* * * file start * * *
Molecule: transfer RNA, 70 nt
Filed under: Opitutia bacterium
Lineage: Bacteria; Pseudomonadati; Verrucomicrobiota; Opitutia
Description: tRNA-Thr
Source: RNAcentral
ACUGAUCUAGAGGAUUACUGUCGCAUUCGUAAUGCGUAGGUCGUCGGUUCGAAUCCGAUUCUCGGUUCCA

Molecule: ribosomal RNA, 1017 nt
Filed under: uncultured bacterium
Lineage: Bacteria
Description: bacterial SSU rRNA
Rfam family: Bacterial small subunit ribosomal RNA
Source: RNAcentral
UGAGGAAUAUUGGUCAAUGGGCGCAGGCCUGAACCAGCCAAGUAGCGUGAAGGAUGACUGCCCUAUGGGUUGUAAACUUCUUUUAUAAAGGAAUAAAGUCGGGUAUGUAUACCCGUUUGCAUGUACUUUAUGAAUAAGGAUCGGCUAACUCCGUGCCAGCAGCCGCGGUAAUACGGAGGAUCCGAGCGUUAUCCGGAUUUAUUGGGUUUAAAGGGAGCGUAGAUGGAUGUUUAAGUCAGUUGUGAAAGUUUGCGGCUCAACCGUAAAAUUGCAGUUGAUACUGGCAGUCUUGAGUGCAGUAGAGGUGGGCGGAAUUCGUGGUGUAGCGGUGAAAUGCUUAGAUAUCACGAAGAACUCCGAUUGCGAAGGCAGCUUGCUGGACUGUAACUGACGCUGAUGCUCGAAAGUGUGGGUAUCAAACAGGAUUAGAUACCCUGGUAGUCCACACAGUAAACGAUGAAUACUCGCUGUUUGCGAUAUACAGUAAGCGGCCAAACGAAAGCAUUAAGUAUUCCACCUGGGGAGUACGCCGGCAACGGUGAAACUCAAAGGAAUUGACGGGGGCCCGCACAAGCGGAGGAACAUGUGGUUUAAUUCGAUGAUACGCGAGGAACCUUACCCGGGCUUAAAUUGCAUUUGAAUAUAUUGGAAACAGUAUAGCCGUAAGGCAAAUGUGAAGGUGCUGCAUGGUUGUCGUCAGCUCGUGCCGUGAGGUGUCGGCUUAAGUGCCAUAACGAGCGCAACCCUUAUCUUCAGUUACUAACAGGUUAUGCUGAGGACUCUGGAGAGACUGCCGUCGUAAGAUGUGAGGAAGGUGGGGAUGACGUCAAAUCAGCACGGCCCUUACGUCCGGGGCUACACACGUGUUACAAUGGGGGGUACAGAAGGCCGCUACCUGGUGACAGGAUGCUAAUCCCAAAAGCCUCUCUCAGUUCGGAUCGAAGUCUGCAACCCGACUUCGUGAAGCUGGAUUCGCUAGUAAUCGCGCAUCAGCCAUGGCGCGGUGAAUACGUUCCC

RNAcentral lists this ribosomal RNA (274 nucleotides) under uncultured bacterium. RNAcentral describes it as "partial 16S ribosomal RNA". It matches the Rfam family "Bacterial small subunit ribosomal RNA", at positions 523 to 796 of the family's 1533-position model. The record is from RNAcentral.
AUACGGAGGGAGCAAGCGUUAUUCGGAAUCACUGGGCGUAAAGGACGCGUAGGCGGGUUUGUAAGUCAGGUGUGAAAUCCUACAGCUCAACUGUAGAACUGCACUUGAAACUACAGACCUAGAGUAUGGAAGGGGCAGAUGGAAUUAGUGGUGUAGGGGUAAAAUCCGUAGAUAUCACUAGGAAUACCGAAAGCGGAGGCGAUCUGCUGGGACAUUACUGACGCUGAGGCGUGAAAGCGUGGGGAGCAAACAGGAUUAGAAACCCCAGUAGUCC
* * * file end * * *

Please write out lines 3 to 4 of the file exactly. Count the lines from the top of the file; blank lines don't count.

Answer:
Lineage: Bacteria; Pseudomonadati; Verrucomicrobiota; Opitutia
Description: tRNA-Thr